The government gets involved in Macau foreign currency issues

Of course, as we all know, you can't beat our Grande Vegas online casino for fun when and where you want it.

And yet, for that once-in-a-whatever vacation, Macau is a serious destination for many international visitors, but also for Chinese gamblers.  But, new regulations on foreign currency transactions, announced by the Chinese government late last month, made Macau’s casino operators nervous. The waters are starting to calm now as they say that, as of today, there are no signs of any negative impact on the junket operators or on the gaming market.

Analysts Vitaly Umansky, Eunice Lee and Kelsey Zhu are trying to determine how and if the new regulations will impact Macau’s casinos. “The devil is in the details and enforcement,” they wrote. “It’s unclear as of yet what (if anything) the government will target.”

Analysts at Sanford Bernstein, an investment research and management firm that specializes in the Far East casino industry, added: “The junket conversations we have had so far are that there has been some ‘chatter’ around these new pronouncements, but this seems more like talk and nothing more at this stage. From our sources, there has been no meaningful disruption in money flows in the channels – i.e. ‘business as usual’.”

New Law

On January 31st the Chinese Supreme People’s Court and the Supreme People’s Procuratorate issued a judicial interpretation of laws that are designed to regulate foreign currency transactions. The regulations, which were handed down by central authorities in late January, highlight foreign exchange movement transactions.

According to the analysts, “A strict reading of the rules implies almost all avenues of money movement outside of banks is restricted. But the reality is that this was largely the case already. For example, it has always been technically illegal to have pools of capital that match sellers and buyers of renminbi – the backbone of underground banks.” Sanford Bernstein analysts noted that most of the targeted transactions were already illegal in China.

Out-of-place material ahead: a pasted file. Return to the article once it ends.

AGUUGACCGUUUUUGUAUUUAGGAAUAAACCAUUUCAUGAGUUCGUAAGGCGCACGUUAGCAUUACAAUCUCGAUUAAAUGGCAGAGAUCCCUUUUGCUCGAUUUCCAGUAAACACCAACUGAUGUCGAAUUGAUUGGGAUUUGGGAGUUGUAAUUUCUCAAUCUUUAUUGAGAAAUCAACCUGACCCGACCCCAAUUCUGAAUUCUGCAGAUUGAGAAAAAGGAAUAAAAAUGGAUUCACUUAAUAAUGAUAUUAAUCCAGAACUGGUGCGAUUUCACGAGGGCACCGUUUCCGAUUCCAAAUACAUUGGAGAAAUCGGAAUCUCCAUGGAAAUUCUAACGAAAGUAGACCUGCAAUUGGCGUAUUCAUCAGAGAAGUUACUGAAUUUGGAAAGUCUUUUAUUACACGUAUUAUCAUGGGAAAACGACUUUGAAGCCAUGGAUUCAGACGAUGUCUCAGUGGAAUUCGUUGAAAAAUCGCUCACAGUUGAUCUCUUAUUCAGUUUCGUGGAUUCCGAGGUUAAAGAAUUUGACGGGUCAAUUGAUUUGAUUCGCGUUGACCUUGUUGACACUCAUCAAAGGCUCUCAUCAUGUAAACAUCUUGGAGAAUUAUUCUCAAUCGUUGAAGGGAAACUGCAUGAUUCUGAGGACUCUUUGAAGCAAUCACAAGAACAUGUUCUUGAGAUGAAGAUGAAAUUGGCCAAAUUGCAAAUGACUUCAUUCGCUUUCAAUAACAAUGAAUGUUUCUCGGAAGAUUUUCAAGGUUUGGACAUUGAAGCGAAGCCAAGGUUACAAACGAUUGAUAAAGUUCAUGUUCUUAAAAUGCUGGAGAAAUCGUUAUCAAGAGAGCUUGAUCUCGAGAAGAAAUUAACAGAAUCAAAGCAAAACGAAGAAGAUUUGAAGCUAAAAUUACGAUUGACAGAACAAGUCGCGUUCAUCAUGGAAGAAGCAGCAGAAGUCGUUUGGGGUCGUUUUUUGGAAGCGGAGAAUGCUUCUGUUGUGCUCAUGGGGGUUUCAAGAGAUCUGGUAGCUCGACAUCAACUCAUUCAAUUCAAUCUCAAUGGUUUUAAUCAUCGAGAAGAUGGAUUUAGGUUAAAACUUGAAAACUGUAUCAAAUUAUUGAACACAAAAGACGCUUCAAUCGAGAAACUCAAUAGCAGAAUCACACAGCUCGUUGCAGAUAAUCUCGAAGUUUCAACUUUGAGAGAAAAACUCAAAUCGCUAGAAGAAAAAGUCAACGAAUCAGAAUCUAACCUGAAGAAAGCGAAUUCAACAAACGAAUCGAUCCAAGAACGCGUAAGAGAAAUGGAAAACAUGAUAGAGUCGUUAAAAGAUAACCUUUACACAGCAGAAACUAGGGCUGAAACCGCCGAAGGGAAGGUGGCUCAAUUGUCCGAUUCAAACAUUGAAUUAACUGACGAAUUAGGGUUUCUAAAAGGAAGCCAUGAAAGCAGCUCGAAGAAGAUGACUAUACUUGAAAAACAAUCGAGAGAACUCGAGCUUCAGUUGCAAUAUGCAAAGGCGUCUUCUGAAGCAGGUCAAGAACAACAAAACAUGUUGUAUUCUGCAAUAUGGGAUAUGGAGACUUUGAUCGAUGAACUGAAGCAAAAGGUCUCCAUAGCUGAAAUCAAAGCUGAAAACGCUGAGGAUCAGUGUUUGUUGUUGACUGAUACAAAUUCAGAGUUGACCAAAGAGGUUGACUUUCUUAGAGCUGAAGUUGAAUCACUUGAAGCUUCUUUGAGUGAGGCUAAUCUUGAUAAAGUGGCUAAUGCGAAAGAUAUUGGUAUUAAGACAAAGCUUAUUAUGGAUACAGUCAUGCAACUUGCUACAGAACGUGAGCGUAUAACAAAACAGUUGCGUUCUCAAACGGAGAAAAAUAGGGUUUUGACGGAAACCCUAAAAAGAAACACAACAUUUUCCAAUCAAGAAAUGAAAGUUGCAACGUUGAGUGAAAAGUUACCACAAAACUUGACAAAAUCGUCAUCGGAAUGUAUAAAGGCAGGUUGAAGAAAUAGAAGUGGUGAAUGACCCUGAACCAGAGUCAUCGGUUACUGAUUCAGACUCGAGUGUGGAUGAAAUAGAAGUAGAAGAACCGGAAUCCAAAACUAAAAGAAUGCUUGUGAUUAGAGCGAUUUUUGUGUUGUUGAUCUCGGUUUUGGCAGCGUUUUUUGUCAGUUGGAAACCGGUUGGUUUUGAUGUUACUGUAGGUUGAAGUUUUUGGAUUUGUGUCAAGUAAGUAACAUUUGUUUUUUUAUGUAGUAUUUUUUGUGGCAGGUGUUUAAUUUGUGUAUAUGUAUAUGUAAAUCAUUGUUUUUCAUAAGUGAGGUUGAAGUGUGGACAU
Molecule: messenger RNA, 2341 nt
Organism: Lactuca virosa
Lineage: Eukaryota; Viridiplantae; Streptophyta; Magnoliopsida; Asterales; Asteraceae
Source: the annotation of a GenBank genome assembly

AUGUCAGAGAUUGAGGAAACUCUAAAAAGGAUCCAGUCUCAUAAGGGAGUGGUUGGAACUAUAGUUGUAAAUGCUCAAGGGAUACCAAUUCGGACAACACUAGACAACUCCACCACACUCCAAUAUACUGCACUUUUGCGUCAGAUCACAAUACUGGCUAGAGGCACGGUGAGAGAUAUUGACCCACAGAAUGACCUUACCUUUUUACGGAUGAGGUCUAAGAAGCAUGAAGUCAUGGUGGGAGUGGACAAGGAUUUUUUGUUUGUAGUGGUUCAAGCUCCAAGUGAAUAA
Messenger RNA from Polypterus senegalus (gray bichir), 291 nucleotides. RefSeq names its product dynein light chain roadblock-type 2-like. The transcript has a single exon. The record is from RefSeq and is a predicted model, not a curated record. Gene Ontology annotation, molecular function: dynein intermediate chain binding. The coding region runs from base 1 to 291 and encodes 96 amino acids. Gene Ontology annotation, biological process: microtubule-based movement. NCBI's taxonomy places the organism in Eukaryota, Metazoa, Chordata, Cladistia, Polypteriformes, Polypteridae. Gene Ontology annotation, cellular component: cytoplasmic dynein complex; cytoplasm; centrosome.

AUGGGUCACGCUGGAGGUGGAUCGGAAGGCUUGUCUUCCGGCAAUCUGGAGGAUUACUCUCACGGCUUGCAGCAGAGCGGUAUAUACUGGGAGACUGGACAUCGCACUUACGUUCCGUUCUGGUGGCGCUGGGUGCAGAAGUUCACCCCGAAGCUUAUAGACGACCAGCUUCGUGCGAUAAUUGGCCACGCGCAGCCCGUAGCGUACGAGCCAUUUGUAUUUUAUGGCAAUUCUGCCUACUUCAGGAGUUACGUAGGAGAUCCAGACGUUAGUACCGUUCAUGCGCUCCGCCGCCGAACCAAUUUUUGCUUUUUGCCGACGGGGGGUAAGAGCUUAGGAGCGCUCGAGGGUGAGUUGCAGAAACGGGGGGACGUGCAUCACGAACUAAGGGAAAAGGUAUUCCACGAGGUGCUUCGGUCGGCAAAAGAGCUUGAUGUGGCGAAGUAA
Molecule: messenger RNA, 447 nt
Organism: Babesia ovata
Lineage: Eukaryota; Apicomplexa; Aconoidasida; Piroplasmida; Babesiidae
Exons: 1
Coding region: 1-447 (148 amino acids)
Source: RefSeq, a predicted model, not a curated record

Macau Junkets

Financial analysts in the East explain that Macau junkets often employ underground banking networks to transfer money between mainland China and Macau. The worry is that the new crackdown on underground banking could hurt junket liquidity.

Fitch Ratings Inc says that it expects China’s “shadow financing” – which includes underground banks – to decline in 2019. This would be the second consecutive year of decline.  The agency said such decline is expected to occur gradually since the Chinese authorities “balance reining in excessive leverage and supporting economic growth”.

Fitch Ratings wrote, “The regulatory crackdown on shadow banking should, if maintained, support the long-term stability of the financial system and reduce risks for asset managers, but is likely to continue to create funding challenges across the economy in the near term, particularly for private-sector enterprises.”  

Sanford Bernstein analysts explained that China’s new regulations give “law enforcement more tools to work with in targeting activity that was already largely operating outside the bounds of what is allowed….in the end, enforcement will be the key to what happens. It is too early to say at this stage what the impact on Macau may be. If the rules are all strictly enforced and the scope of government action against all forms of money movement is deep and broad, the impact would be severe”.